I'll second (eighth?) the yoga recommendation. I never took fancy classes; I just learned from a Richard Hittleman paperback. When I'm doing it regularly, I can tell the difference: I'm more conscious of my whole body, my posture, unnecessary tension, breathing, etc. Little things like that can make a big difference in how tired or sore I feel after a long gig.
    Unfortunately, the knee issues are starting to trump that. To deal with the pain, I've had to get used to playing sitting down, which for me makes it harder to keep the relaxed, fluid posture I get when I'm standing. I'm still experimenting with the correct sitting position, and hoping to find a happy medium.
    Still, even at my best, I'm finding that I'm more and more sore after long gigs, and I see a day when I'm not going to be able to cut it on upright anymore. I'm not quite sure what to do about that. I suppose there's always the shift to fretless. I'm not opposed to that, but I hate the grief I get from "legit" folks about playing fretless over upright. Audiences also really seem to want the upright, even if they don't know a damn thing about jazz, just because it looks "cooler." Maybe if I get some funky 6-string fretless with a wild shape and fancy woods, it'll distract people long enough that they won't notice it's not an upright ... :)
     
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  15. P90X III. Seriously. I know it looks cheesy and shallow, but it sure works for me. No gimmicks and minimal equipment. And it's super easy to modify to fit your current fitness level. It's pretty much the same stuff a personal trainer would have you do if you went that route, I'm guessing.
     
    Chris Fitzgerald likes this.
  16. More restorative exercises (yoga, swimming, walking, Pilates, tai chi) and less intensive exercises with age.

    It's still vitally important to push our bodies... but a different way from when we were younger (and felt invincible).

    For Intensive workouts...
    - Train smarter, not harder.
    - 2-3 intensive workouts a week only as recovery is slower.
    - always warmup & cooldown.
    - progress slooooowly.
    - listen closely to your body for little cues of strain, fatigue, poor form, etc.
    - if struggling, break it down into constituent parts and focus on one key area.
    - have several health practitioners to treat, maintain and guide you through your old injuries/aches.
    - have realistic goals.
    - have realistic time frames.
    - be kind to yourself.


    I'm 5 weeks into a 14-week snowboard training program and feeling alive. I don't aim to be the best, I just want to do my best.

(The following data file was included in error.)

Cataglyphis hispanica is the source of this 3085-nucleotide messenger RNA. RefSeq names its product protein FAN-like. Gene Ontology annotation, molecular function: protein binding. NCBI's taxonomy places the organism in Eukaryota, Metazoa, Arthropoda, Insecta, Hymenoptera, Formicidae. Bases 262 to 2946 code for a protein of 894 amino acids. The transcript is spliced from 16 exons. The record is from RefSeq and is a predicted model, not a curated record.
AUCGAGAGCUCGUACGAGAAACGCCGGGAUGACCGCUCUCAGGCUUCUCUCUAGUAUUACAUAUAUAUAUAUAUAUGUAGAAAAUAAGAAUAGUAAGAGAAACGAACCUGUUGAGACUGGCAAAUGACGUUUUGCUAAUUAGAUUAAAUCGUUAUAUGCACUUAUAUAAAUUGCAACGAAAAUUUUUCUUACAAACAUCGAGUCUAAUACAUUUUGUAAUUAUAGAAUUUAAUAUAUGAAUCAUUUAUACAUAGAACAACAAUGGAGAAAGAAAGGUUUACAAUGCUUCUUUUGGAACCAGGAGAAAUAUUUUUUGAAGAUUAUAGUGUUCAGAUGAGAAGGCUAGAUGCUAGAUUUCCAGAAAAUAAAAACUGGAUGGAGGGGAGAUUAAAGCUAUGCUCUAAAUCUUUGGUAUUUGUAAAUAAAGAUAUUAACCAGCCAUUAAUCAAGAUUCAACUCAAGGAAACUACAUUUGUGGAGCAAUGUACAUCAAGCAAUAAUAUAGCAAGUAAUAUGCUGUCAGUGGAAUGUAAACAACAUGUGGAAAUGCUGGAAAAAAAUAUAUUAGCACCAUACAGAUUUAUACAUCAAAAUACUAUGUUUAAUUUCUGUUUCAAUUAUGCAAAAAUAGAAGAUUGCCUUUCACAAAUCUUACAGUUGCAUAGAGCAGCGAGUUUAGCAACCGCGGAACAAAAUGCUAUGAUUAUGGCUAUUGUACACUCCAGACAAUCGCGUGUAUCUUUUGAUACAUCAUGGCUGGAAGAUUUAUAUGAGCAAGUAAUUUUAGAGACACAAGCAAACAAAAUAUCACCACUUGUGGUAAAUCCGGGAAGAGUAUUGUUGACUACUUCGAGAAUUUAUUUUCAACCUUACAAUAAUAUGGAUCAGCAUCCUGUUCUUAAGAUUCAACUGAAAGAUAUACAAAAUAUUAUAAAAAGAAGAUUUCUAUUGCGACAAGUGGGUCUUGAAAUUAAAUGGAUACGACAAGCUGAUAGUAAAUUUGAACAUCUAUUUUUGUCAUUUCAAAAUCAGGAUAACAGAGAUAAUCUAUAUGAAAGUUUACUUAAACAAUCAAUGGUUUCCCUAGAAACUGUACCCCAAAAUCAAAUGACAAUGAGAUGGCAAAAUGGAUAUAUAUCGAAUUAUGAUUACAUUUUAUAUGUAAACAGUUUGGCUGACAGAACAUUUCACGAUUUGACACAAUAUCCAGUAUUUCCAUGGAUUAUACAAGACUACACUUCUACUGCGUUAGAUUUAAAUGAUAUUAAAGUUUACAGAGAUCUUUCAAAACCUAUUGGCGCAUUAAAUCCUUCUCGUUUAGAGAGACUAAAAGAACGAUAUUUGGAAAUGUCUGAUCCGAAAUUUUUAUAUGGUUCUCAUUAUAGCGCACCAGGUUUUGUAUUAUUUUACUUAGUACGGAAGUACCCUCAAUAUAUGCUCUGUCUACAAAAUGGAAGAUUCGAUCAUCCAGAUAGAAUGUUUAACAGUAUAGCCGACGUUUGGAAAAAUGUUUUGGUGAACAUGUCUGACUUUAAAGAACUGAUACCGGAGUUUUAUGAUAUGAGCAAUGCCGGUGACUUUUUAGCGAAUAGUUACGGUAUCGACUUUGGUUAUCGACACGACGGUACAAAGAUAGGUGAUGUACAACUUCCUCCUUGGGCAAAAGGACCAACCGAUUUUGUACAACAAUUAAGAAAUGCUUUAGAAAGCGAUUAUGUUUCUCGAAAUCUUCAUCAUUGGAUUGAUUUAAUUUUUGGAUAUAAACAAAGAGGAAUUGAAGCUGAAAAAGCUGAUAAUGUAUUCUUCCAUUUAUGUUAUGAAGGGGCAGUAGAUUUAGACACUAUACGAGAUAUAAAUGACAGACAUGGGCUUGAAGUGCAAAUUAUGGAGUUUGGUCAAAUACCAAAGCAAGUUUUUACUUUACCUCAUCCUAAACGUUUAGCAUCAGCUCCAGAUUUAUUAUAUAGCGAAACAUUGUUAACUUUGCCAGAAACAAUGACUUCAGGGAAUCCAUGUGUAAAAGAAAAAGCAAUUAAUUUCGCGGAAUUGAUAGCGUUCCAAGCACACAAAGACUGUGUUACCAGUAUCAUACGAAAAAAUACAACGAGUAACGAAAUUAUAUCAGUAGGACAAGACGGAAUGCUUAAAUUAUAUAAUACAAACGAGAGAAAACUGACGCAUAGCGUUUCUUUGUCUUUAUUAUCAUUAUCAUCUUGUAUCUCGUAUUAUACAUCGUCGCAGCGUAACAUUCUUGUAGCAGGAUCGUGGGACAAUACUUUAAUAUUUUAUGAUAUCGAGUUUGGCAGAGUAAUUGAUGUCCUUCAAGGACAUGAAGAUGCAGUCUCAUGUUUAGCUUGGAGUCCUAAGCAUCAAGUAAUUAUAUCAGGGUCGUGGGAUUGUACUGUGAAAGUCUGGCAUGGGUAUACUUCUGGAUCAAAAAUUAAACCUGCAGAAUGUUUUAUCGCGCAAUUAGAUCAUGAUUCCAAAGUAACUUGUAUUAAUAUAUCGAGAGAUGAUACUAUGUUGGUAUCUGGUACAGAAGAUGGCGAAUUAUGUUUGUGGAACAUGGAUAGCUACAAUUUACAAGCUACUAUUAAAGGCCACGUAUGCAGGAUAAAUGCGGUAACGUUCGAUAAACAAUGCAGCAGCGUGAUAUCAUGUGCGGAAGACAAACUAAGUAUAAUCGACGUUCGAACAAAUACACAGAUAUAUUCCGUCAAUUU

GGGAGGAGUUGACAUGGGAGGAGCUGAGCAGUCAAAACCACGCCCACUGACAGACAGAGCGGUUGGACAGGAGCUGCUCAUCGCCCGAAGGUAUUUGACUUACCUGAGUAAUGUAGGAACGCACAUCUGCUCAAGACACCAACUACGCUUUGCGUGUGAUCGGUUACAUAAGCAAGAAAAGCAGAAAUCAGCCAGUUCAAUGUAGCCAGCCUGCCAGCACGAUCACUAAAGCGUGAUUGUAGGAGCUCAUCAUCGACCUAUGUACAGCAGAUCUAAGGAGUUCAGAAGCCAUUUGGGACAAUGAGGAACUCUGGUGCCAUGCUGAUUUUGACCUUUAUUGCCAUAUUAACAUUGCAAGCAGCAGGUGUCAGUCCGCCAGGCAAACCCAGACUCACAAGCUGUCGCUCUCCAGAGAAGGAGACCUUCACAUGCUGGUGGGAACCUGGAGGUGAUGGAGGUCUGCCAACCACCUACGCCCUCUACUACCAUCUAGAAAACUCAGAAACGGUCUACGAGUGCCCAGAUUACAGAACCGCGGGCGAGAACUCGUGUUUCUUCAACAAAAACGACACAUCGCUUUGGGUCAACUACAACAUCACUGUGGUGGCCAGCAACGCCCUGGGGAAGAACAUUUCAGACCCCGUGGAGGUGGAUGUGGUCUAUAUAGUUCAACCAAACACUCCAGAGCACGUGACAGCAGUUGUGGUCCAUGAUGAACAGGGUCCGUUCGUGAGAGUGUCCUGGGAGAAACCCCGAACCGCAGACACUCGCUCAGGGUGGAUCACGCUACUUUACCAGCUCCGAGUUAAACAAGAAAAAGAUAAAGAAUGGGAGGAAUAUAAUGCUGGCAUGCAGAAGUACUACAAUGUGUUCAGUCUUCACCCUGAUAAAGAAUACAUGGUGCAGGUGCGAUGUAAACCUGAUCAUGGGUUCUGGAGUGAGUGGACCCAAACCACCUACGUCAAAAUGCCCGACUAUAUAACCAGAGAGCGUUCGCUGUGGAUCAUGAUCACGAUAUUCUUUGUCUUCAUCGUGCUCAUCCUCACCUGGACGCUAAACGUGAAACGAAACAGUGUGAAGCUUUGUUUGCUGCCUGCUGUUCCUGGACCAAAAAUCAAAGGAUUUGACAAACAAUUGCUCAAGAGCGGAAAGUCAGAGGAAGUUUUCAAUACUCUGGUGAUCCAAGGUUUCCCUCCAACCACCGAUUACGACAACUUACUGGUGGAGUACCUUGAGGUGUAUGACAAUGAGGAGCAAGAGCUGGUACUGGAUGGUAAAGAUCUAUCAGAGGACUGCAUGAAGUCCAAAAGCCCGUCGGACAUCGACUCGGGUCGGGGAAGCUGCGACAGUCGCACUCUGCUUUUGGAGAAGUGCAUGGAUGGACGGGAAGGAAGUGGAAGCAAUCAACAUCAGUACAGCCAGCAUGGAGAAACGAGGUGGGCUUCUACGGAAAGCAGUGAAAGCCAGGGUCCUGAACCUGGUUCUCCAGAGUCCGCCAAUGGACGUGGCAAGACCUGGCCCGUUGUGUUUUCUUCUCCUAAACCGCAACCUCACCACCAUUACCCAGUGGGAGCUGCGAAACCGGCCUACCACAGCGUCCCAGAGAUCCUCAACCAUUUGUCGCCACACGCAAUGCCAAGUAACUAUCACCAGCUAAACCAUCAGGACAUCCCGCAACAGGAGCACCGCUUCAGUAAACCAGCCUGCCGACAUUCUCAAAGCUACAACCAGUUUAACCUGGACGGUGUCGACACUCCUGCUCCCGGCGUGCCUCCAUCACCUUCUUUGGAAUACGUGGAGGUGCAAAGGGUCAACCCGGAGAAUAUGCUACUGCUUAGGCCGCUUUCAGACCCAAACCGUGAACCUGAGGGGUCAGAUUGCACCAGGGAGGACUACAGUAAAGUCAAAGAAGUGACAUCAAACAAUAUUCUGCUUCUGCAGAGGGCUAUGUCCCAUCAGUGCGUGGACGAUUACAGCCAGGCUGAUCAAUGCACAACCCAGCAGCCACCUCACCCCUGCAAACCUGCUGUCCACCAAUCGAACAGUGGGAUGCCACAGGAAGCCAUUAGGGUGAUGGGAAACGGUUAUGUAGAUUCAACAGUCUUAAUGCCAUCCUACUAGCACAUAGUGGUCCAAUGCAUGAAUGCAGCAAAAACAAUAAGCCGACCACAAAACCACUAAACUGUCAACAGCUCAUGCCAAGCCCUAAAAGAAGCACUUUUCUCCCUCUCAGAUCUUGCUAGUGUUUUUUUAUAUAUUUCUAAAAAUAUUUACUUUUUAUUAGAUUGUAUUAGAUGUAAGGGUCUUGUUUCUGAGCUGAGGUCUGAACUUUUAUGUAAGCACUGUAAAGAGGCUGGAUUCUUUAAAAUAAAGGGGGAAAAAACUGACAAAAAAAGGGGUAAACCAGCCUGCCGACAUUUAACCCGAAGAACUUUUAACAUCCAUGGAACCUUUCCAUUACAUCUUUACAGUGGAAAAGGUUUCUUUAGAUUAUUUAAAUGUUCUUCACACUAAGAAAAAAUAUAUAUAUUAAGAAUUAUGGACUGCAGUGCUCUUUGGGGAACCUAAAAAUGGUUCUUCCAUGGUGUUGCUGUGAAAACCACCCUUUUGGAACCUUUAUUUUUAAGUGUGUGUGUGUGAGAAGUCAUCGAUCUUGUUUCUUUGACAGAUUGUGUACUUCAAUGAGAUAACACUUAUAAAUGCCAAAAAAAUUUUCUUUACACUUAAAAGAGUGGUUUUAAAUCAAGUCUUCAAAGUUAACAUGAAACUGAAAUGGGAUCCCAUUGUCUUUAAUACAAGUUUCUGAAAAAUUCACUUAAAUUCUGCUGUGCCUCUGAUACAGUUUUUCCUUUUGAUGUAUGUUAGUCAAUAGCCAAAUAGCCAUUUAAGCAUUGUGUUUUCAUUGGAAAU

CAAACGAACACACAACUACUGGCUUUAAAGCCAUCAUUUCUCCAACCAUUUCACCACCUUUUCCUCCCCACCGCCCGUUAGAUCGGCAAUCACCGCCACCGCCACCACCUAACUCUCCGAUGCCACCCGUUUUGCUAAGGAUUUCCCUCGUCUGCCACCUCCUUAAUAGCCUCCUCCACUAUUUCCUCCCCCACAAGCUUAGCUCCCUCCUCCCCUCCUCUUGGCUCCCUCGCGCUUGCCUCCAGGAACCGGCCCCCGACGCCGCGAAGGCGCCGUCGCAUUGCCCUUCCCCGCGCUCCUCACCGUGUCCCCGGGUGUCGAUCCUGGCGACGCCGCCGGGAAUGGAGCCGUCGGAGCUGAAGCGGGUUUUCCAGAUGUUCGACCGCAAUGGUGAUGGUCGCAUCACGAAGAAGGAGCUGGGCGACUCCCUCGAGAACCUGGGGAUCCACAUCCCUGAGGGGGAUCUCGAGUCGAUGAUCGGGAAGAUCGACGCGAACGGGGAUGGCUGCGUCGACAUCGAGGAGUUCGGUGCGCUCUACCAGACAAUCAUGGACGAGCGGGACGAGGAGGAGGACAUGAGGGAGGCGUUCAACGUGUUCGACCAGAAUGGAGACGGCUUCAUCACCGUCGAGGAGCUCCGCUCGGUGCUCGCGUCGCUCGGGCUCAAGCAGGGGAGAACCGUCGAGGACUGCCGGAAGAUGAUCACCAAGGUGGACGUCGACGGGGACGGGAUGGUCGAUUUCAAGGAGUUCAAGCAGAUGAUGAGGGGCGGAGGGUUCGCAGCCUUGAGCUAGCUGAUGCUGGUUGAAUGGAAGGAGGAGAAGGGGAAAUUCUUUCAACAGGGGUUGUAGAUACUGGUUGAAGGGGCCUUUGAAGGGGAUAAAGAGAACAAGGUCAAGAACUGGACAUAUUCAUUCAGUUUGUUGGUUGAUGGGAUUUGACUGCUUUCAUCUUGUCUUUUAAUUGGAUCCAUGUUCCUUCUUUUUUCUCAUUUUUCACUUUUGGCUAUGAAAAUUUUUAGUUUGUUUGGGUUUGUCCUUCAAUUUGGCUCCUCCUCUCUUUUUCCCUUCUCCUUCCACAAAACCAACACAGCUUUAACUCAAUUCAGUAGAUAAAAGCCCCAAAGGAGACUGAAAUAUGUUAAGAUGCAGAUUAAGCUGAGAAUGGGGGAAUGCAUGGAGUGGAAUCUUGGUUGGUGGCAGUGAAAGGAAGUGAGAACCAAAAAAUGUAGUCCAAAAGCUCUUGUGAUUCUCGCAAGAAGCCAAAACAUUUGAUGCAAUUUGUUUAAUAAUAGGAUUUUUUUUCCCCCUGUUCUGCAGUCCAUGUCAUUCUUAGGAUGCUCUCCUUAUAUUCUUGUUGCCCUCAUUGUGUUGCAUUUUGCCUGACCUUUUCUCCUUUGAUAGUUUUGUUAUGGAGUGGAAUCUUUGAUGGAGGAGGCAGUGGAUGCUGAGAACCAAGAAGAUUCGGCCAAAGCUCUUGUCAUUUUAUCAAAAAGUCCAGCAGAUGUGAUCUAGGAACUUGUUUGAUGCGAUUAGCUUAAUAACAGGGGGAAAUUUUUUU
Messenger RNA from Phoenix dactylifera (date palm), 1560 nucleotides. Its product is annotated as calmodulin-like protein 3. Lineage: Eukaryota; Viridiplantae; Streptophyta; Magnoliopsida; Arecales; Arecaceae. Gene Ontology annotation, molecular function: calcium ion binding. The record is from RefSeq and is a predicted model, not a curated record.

I met an 83yo man skiing and ask him his secret. "Go slow, but don't give up!"
     
  17. Chris Fitzgerald

    Chris Fitzgerald Student of Life Staff Member Administrator

    Oct 19, 2000
    Louisville, KY
    Don't give up! I started sitting because of knee/back issues when standing, and once I found the range, I've been pain free for years. The key for me was learning to move from the hip to align myself around the bass to optimize whatever I was trying to do at that moment. Having the bass stationary while resting on the endpin/ legs triangle means we can learn where everything is without looking; pivoting the torso around that stationary object is its own kind of dance. Maybe not as fun as standing and dancing with the bass while it moves with you, but still fun in a "Fred Astaire swinging around a lamppost" kind of way. :D
     
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  18. kreider204

    kreider204

    Nov 29, 2008
    Ha, yeah, that's exactly it. Standing, I'm used to moving a lot, very Tai Chi like ... Sitting makes me feel more stable, but sometimes I feel like I can't be exactly where I want to be as easily. There's no danger of me giving up on it, though - my knee won't let me ...
     
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  19. Great suggestions here on the movement front, i’d like to recommend less sugar as well.

    I’ve been on the keto diet for the last 6 months. That means very minimal carbohydrates and sugar, lots of protein and fat.

    So no bread, no potatoes, no fruit (sucrose), no chocolate, no beer etc.
    Lots of meat, cream in my coffee, eggs, bacon, kale, brocolli, spinach, cabbage, whiskey!

    I know it’s a bit of a fad at the moment, but it’s the mental side of this way of eating that keeps me from straying.

    My brain feels de-fogged and clear. No more sugar crashes after the gig!
     
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  20. lurk

    lurk

    Dec 2, 2009
    I'm finding that little technical flaws are showing up as pain. You can play great with less than ideal technique, but somewhere down the line, in my case decades, something will hurt. Flat fingers, hunched shoulders, rounded spine, more weight on one foot, tight bow hand....fix it sooner than later cause you're gonna have to fix it sometime.